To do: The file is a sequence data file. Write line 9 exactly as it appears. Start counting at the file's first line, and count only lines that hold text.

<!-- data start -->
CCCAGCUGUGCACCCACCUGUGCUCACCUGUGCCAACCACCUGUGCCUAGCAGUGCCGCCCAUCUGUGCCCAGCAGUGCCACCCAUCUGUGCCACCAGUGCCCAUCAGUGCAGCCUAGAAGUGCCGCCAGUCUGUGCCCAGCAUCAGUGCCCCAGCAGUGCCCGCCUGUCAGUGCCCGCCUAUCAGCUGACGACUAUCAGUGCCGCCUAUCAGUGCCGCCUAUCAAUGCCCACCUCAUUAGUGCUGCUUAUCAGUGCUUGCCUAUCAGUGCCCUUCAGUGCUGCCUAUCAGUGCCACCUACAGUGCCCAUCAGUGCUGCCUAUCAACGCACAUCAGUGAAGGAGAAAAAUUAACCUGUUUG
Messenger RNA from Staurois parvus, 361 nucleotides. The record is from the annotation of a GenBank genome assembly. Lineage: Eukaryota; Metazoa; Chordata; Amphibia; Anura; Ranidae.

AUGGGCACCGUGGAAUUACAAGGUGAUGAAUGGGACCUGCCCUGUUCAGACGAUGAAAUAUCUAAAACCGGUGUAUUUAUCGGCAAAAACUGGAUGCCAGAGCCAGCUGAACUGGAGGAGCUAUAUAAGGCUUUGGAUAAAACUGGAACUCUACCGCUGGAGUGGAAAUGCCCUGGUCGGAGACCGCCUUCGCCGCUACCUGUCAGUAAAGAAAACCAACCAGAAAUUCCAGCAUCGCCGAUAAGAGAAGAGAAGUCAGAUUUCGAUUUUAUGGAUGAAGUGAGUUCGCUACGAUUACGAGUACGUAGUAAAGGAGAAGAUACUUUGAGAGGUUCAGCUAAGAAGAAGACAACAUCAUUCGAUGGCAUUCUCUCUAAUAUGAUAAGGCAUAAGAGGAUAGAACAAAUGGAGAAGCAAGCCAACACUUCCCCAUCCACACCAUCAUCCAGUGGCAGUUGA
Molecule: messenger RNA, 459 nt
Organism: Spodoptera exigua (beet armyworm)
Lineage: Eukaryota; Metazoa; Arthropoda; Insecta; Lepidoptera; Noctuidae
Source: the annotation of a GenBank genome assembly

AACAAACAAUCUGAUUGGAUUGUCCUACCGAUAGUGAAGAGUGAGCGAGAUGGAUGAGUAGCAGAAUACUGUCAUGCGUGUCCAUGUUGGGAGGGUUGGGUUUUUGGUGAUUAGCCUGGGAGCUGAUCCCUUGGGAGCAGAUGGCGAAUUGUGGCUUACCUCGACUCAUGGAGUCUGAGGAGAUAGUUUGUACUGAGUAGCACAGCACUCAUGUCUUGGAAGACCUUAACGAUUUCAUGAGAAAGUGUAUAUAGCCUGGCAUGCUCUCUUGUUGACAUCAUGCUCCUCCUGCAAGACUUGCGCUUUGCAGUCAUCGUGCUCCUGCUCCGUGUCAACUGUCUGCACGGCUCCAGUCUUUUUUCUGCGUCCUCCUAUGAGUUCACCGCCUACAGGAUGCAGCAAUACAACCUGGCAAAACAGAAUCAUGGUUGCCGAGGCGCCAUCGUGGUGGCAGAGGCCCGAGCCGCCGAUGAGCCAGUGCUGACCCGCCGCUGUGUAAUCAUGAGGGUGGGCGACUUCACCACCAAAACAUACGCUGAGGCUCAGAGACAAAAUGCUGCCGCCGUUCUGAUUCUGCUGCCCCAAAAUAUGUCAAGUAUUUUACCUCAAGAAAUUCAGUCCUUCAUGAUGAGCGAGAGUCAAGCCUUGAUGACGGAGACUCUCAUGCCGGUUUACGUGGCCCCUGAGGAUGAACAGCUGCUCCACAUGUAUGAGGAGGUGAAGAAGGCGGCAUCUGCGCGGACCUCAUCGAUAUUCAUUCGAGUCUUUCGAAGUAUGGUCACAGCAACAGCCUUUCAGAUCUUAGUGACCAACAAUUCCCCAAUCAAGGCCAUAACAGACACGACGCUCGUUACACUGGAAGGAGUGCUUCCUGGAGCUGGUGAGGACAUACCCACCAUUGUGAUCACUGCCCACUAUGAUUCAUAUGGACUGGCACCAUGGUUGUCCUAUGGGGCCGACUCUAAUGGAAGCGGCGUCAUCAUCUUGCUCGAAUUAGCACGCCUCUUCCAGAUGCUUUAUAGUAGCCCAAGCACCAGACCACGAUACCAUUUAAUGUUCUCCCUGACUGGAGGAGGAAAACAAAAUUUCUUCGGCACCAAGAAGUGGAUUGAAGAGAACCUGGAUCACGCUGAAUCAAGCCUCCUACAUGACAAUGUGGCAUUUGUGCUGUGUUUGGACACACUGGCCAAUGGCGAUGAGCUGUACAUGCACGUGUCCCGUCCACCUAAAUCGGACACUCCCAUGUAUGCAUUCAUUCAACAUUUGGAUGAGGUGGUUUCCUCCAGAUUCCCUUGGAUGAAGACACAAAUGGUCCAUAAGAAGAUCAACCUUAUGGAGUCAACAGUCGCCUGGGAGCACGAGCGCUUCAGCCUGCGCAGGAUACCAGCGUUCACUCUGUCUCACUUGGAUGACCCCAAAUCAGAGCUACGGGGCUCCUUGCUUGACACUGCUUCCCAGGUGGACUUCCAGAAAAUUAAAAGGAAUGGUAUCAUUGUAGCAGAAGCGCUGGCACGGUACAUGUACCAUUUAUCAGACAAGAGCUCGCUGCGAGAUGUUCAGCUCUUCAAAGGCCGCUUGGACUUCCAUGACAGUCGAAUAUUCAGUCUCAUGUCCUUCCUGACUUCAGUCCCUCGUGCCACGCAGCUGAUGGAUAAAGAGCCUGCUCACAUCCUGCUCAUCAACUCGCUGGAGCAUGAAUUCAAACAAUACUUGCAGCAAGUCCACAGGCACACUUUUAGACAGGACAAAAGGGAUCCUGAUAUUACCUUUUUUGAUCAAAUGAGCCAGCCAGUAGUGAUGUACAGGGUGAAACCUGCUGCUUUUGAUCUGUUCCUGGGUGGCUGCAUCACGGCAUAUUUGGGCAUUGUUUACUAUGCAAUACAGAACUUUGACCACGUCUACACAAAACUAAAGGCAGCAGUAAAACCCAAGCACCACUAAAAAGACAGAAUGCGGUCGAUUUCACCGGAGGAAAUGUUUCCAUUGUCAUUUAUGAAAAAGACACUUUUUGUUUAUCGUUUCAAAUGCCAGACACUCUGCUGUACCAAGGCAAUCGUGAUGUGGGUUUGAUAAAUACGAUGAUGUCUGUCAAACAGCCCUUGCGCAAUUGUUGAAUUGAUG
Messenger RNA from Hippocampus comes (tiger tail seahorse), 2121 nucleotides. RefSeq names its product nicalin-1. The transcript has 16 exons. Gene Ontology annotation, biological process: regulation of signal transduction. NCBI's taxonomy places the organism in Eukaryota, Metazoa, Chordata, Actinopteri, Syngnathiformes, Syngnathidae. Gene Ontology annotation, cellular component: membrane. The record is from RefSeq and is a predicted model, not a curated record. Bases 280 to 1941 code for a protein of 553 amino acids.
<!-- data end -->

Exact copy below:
Messenger RNA from Hippocampus comes (tiger tail seahorse), 2121 nucleotides. RefSeq names its product nicalin-1. The transcript has 16 exons. Gene Ontology annotation, biological process: regulation of signal transduction. NCBI's taxonomy places the organism in Eukaryota, Metazoa, Chordata, Actinopteri, Syngnathiformes, Syngnathidae. Gene Ontology annotation, cellular component: membrane. The record is from RefSeq and is a predicted model, not a curated record. Bases 280 to 1941 code for a protein of 553 amino acids.